5. Thinking about future goals before you are ready to face them helps with the actually facing them. Sure, nobody expects you to know your Orals areas or dissertation topic right away (and if you do, congratulations, keep it to yourself until you’re in your 2nd or 3rd year, have some mercy for your peers) but why not think about it? Thinking about something is not a commitment, it’s just a process. You do not have to be married to anything that you think about. Your interests will probably differ from what you expressed in your graduate essay but, after your first year, you should have a general idea of 2-4 areas in sociology that you keep hovering around. For your orals, you can create your own areas or follow sections set up by the American Sociological Association. (ASA) BTW: if you can, join the ASA or SSSP or ESS or SWS in your first year, to get a handle on what’s going on in all of these organizations. And it’s good to put on your CV. Speaking of your CV, you should write one up in your first year as well even if you don’t have much to put on it, just yet. A CV is different from your resume and you can google ones that assistant professors in sociology have and just follow a format you like. You’ll be glad you did. Especially when applying for teaching jobs, which you should also consider doing as soon as possible. Preparing to teach Intro to Soc or other courses can help you in figuring out what you areas of interest are and once you make several syllabi from scratch, you can easily transfer texts you keep using into your Orals lists once it comes time to make them.


6. Now, a little bit about your dissertation topic. What you do have to remember is that your topic will not randomly come to you ‘once you’re ready.’ There are not enough courses you can take or enough books you can read, you will always kind of feel unsure. And that’s OKAY, that’s how it actually feels when you’re done with your coursework, like you’re in constant quicksand. The sooner you realize that, the better you’ll feel. I picked a topic (or a small portion of what is not my topic) because I wanted to teach the issue in my Intro to Women’s Studies course but couldn’t get a lot of academic articles or anything on the matter and realized it wasn’t really studied all that much. Well, you figure, if there is no literature, make some. Eventually, my topic grew into a bigger monster (I say that lovingly) but it all began kind of randomly. That is to say, there is no one way we stumble upon our topic and you should not wait several years before thinking about it. Again, it’s okay to start throwing ideas around, making up titles for your PhD, making a google doc entitled ‘PhD File,’ etc. Most of your years after the first should be spent towards taking courses, writing papers that can HELP your dissertation along. Want to try a pilot project? Take ethnography. Want to check out a literature for something you’re thinking about as a topic? Ask a professor in one of your classes if you can angle the final paper to that. Most of the time, they will agree. Oh, and a sidenote on faculty: you should write down contact info and a little bit about each professor that you interact with and make sure to follow up/keep in touch. If you liked a professor and they worked well with you, they might end up on your Orals or dissertation committees. Or they might need to write your fellowship/grant recommendations. Start thinking strategically right off the bat and make yourself known to as many faculty as possible. All right, these are some of my first year tips, email me with questions at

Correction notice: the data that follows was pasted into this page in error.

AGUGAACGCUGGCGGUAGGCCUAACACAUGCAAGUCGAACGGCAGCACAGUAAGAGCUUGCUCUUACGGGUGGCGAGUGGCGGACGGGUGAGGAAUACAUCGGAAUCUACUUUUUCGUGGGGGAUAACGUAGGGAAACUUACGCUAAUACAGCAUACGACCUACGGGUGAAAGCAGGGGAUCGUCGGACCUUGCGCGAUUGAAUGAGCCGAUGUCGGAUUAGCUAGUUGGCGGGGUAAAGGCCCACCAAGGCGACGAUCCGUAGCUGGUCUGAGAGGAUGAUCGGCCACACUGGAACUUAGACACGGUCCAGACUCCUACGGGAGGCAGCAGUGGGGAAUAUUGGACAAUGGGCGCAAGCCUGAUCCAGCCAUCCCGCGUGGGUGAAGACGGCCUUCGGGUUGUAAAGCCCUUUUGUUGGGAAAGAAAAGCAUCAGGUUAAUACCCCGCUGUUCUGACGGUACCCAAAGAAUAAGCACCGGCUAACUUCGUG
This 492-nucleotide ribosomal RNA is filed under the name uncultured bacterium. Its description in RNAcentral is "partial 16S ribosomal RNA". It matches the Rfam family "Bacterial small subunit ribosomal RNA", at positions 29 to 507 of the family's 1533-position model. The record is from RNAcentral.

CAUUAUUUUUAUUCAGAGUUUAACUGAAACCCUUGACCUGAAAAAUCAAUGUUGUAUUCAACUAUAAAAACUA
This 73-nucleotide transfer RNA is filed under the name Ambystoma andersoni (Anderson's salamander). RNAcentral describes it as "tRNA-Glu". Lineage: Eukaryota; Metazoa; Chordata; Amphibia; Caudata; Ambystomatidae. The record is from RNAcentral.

Resources on the Campuses

February 1st, 2013 | Posted by jensloan in - (Comments Off on Resources on the Campuses)



You can get a PAC (Physical Activity Card) with access to all facilities for free as a faculty member. You have to sign up at Health Services (somewhere in the North Building).


Gym access is FREE to anyone with a CCNY ID (including adjuncts):

Queens College:

Faculty (including adjuncts) have to pay an annual fee to use the gym; if you have a QC student ID you can use the facility for free.

Study Spaces


Music Library in Shepard Hall Room 160

QUIET space, large tables, cubicles, few students around.

Queens College:

The 5th and 6th floors of Rosenthal Library are designated quiet study spaces with large tables and views of the Manhattan skyline.  Gorgeous at sunset.




Where to Make Course Packets


How to organize a workshop/conference

1. FUNDING: Apply for the DSC grant, Two types of grants. The regular award of up to $750. Goes through review process and needs to be submitted by these dates:

  • September 27, 2012 (for the October 4 meeting of the Grants Committee)
  • October 22, 2012 (for the November 1 meeting of the Grants Committee)
  • November 26, 2012 (for the December 3 meeting of the Grants Committee)
  • January 24, 2013 (for the February 7 meeting of the Grants Committee)
  • March 25, 2013 (for the April 4 meeting of the Grants Committee)